Example 2: Removal of production contaminants via anionic exchange

[0094] The rAAV- 1 clarified and Benzonase®-digested supernatant from Example 1 was passed over a series of two-inch by twenty-two-inch Pall Mustang® Q (“MQ”) filters connected in series (Pall Corp., catalog number NP6MSTGQP1). Prior to loading of the rAAV-1 viral, supernatant the filters were sanitized with 15 L of 0.5 M NaOH at 0.5 LPM with a holding time of 15 minutes, charged by rinsing with 15 L TMEG + 2M NaCl (TMEG: 0.05 M Tris-HCl, pH 7.5, 1 mM 2-mercaptoethanol, 1 mM Na2EDTA, 10% (v/v) glycerol) at a rate of 6 LPM, and equilibrated with 15 L of vector production medium at 6 LPM. The supernatant was then pumped at a rate of approximately 6 LPM through the series of filters and collected into a bioprocessing bag. At the ionic strength of the production medium, the anionic exchange MQ filter was demonstrated to clear helper virus and residual DNA, among other impurities, from the rAAV- 1 supernatant by binding of the contaminants to the charged membrane. At the ionic strength of the production culture, however, the rAAV-1 vector present in the supernatant flowed through the anionic exchange membrane. During process optimization it was determined experimentally that using a single MQ filter resulted in a breakthrough of contaminants in the process, including the Ad5 helper virus. Consequently a second filter was added in series or in tandem in the process.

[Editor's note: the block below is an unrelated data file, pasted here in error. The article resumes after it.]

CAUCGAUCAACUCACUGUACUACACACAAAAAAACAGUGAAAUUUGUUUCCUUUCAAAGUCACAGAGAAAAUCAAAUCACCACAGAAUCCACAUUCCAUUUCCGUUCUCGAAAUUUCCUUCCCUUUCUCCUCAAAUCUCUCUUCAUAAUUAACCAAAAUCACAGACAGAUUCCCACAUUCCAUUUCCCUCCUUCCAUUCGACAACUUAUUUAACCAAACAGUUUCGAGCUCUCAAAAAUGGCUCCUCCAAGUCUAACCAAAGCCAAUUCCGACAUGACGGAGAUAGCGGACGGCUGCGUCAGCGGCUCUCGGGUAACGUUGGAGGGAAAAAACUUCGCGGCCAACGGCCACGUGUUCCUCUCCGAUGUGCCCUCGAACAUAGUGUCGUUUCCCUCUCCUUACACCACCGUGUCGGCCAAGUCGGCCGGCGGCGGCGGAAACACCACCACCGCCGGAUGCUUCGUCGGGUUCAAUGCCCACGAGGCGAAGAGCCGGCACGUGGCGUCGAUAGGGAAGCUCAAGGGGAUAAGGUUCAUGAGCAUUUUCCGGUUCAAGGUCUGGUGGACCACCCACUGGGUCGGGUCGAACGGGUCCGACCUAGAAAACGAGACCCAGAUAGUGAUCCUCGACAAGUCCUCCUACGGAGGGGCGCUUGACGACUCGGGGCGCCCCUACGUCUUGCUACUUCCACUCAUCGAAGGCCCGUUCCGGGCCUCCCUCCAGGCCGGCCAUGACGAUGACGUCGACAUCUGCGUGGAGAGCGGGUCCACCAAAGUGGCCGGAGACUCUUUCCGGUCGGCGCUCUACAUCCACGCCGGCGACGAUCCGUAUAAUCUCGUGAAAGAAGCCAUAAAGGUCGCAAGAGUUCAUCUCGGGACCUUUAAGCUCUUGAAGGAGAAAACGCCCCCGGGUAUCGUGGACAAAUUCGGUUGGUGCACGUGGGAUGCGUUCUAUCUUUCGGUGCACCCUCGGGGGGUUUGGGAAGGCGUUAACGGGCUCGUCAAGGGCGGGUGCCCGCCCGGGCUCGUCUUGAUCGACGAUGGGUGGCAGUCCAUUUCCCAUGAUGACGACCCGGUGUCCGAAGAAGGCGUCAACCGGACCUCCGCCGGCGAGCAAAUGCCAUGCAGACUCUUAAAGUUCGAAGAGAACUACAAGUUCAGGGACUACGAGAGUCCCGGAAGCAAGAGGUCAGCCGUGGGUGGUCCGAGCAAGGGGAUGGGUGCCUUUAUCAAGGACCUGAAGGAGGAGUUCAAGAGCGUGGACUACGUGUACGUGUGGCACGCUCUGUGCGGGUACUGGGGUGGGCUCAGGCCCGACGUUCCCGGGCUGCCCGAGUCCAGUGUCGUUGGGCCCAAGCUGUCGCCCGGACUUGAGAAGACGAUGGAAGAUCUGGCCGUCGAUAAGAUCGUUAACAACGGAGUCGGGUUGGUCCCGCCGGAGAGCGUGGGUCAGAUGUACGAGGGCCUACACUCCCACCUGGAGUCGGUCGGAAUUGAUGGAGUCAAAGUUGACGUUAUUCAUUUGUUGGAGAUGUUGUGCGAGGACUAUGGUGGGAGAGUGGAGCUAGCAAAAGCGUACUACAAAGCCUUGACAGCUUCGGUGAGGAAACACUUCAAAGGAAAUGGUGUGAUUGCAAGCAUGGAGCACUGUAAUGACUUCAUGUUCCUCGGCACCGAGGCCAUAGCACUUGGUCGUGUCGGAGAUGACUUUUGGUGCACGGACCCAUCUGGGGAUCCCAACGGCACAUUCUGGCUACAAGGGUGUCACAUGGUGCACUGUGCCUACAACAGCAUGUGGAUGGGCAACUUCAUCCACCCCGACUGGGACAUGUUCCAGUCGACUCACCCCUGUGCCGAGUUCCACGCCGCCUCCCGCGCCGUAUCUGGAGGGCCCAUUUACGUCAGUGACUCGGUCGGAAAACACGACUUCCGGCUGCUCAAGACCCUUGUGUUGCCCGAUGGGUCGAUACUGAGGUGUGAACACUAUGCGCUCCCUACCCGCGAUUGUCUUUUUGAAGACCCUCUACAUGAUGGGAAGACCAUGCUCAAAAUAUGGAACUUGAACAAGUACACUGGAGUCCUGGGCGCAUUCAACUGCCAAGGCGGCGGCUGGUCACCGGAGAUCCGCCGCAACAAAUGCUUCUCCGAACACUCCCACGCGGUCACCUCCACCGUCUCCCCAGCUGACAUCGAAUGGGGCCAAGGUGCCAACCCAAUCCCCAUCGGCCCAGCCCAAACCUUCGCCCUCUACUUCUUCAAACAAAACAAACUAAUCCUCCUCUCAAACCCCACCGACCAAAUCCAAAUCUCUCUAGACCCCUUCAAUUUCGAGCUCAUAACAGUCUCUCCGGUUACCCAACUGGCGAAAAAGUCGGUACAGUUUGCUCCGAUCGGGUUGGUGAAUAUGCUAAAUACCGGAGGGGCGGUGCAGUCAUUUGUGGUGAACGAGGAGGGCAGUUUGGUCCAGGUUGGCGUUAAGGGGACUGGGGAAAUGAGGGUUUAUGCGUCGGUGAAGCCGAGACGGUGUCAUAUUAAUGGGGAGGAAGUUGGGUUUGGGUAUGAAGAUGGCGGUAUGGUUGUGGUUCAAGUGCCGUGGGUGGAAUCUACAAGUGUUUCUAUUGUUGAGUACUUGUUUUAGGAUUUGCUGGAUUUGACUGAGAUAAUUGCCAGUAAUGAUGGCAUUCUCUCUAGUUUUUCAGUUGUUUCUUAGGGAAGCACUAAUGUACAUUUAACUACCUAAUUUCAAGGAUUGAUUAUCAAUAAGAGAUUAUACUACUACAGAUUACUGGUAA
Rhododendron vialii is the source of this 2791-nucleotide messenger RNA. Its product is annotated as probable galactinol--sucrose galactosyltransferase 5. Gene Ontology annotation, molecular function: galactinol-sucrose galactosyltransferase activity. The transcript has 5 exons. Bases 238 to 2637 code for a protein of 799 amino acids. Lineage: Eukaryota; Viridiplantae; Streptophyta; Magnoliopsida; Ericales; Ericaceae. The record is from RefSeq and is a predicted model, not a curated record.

Example 3: Concentration of rAAV-1 vector supernatant